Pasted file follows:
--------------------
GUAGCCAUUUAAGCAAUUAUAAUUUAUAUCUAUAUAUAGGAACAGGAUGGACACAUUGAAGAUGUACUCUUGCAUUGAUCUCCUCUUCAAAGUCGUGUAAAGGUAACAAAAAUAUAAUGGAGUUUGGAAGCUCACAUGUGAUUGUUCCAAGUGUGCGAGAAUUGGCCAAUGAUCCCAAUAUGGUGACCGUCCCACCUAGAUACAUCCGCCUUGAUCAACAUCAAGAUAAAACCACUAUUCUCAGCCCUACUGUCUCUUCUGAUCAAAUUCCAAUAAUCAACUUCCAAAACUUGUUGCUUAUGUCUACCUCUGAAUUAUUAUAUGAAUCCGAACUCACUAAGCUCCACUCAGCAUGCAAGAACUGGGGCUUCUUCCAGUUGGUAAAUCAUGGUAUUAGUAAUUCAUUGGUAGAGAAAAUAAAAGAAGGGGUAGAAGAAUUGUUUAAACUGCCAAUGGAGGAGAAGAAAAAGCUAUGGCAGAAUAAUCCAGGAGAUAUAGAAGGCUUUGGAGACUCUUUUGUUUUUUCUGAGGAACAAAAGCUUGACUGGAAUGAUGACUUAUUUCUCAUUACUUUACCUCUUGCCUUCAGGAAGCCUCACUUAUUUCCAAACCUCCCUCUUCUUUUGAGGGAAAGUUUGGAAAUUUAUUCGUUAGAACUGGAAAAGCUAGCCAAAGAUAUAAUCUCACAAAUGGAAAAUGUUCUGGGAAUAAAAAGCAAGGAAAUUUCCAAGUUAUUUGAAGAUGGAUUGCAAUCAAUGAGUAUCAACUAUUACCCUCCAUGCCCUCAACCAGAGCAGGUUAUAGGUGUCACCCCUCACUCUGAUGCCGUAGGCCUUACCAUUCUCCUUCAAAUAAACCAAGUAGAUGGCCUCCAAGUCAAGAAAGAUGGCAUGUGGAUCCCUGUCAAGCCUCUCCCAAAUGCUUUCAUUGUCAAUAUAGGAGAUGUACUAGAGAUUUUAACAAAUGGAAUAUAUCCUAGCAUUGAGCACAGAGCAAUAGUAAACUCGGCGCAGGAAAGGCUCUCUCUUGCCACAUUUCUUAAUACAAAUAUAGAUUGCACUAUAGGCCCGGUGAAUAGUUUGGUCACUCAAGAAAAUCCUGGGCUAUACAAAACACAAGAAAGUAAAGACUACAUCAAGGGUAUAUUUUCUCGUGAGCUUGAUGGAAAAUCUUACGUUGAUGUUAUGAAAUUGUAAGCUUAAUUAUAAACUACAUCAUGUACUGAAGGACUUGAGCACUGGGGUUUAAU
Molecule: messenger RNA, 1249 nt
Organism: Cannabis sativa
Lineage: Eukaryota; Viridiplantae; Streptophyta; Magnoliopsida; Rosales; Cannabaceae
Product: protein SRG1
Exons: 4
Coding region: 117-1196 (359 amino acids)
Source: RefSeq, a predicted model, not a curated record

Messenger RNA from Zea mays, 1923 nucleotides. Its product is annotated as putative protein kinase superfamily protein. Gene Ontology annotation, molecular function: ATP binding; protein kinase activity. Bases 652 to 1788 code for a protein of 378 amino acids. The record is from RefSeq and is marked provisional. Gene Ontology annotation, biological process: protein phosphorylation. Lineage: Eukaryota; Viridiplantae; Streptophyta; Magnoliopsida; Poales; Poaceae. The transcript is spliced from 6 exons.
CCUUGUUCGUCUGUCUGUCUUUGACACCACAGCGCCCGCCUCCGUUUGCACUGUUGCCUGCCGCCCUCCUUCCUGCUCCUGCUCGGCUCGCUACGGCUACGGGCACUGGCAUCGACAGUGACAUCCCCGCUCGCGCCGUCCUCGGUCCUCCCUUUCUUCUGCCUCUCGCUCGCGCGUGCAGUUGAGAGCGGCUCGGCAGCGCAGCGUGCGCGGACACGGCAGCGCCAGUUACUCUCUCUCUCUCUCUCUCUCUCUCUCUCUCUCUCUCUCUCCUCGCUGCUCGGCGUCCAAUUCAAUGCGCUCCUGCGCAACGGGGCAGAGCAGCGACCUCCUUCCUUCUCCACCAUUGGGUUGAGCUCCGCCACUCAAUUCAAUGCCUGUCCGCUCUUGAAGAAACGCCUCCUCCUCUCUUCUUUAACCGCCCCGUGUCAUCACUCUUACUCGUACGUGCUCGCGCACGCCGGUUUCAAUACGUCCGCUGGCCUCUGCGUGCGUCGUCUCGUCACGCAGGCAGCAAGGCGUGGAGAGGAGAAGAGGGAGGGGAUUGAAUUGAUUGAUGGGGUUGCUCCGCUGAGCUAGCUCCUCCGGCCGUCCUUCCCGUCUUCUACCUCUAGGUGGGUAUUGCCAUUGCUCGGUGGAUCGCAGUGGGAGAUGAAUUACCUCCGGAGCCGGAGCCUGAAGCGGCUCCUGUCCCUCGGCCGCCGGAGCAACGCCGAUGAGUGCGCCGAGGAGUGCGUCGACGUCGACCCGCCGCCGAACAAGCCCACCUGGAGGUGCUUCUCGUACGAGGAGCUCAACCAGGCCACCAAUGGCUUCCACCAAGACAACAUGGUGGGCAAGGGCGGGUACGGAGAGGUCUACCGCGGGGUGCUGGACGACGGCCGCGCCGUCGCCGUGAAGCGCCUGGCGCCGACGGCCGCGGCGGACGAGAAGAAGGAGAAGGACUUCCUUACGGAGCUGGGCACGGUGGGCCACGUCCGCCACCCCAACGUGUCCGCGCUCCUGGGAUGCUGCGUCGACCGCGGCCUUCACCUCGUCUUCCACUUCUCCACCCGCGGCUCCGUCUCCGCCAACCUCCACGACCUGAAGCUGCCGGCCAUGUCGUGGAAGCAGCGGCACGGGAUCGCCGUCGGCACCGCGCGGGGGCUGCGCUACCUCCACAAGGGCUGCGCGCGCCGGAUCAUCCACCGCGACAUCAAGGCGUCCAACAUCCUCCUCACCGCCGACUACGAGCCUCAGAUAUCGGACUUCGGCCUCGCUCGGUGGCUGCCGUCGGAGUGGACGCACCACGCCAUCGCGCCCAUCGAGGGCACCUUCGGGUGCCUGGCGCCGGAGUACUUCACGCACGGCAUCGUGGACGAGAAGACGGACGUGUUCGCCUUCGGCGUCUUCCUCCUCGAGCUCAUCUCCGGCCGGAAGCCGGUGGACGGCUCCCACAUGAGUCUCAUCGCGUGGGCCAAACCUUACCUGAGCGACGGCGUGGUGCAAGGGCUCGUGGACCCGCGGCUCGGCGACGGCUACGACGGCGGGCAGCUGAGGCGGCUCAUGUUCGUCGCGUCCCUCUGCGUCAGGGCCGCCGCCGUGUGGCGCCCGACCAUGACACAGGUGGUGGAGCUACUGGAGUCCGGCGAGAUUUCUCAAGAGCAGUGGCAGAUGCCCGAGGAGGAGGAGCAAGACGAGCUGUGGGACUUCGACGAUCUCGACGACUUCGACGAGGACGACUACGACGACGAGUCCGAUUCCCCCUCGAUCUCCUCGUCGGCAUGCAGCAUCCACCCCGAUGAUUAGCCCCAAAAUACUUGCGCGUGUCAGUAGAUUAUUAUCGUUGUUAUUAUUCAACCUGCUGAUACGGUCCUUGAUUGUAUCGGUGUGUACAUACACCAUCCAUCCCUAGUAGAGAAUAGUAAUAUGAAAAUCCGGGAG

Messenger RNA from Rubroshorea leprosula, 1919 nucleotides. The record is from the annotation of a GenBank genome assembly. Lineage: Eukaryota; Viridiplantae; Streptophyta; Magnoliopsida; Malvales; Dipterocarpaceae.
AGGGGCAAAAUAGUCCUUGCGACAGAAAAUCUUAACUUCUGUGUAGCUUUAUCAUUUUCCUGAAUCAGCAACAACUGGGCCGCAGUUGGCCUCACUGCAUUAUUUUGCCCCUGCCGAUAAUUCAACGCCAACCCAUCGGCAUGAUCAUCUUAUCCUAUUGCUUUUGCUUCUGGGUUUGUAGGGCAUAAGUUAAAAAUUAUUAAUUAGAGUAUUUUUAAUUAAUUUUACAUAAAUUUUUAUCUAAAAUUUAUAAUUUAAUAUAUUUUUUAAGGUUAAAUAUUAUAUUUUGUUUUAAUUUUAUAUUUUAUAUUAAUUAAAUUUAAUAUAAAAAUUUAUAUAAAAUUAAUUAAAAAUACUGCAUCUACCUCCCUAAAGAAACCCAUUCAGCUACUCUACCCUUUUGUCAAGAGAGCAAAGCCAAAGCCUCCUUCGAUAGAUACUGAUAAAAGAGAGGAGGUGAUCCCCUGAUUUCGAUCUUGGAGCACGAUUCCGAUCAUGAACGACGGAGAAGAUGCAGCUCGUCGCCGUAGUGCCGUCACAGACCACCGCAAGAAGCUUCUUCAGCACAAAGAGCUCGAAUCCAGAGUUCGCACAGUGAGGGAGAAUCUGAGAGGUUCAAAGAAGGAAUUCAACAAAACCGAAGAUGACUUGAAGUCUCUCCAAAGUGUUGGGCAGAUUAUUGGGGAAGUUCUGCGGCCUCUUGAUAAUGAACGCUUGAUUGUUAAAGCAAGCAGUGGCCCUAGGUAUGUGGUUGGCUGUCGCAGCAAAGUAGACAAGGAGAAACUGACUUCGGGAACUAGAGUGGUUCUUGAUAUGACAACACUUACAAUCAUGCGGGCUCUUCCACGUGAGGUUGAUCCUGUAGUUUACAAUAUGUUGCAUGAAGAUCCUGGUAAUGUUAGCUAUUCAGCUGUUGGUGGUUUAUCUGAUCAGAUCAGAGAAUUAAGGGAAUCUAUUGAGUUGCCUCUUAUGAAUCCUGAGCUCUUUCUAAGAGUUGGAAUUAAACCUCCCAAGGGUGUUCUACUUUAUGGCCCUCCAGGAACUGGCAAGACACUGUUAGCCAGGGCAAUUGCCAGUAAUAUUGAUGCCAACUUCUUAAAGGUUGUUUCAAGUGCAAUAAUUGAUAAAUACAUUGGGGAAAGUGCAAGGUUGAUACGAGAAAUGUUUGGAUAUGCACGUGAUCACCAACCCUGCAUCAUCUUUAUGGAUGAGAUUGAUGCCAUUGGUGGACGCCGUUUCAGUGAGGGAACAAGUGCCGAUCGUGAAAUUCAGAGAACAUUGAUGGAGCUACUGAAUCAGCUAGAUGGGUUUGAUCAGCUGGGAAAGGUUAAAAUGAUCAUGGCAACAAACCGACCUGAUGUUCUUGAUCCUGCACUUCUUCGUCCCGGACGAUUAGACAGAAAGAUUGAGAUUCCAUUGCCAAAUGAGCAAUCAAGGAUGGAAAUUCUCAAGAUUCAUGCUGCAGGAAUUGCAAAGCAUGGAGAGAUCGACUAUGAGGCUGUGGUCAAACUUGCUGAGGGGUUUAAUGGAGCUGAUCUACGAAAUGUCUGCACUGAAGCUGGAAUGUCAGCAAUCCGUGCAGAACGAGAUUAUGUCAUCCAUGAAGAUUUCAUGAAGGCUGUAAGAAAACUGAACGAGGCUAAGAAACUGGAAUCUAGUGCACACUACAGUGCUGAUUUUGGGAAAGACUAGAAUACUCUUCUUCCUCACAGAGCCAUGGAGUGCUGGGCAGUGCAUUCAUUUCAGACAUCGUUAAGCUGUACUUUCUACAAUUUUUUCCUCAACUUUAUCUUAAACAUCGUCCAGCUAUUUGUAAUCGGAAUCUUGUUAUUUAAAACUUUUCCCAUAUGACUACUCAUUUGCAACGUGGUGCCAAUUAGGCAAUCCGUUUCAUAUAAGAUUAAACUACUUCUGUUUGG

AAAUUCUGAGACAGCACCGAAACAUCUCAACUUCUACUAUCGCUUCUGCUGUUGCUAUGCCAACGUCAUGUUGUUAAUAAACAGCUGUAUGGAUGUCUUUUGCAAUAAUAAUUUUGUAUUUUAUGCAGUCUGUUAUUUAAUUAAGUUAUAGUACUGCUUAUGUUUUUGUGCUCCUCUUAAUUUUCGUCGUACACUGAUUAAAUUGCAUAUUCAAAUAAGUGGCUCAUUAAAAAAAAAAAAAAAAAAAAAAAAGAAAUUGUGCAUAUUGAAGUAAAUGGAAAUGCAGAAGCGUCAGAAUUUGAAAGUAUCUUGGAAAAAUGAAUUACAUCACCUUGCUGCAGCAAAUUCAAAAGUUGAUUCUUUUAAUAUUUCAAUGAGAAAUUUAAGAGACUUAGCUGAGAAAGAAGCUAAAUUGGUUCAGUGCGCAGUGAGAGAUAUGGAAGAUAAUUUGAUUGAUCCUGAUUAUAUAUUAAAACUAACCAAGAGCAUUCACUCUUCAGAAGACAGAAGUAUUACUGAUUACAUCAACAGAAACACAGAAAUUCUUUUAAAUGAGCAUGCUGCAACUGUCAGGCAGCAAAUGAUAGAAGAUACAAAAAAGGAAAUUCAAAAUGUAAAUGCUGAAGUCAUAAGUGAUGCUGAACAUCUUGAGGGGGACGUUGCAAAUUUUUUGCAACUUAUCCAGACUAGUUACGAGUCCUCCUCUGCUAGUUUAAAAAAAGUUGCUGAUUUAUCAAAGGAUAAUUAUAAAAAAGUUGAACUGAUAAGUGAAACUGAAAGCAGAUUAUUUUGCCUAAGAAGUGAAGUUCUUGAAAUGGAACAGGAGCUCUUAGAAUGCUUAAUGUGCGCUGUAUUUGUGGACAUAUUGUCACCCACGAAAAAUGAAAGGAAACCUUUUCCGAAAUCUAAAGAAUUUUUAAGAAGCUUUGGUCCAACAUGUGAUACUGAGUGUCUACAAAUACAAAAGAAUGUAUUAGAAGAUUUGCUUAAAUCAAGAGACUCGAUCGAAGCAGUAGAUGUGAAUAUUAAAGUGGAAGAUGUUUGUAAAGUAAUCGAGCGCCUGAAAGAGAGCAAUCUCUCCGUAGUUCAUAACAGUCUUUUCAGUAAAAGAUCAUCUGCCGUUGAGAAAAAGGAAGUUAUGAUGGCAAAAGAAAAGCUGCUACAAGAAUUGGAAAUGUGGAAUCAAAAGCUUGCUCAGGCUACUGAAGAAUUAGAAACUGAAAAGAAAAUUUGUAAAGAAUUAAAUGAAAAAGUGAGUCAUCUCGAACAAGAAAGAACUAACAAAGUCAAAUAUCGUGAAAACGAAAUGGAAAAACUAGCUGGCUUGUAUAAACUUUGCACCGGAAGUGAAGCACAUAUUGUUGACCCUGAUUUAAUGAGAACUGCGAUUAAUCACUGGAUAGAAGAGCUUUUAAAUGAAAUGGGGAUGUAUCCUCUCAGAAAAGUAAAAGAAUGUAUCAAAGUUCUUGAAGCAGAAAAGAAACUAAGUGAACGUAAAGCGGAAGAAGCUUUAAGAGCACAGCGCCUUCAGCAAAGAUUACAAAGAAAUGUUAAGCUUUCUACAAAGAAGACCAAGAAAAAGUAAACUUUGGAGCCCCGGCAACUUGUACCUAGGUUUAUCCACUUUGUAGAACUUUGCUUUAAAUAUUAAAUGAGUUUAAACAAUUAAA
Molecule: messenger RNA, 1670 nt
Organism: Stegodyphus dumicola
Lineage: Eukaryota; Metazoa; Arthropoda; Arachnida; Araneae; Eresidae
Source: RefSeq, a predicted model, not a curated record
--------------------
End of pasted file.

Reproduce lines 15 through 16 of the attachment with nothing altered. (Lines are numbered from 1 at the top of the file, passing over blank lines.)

Organism: Stegodyphus dumicola
Lineage: Eukaryota; Metazoa; Arthropoda; Arachnida; Araneae; Eresidae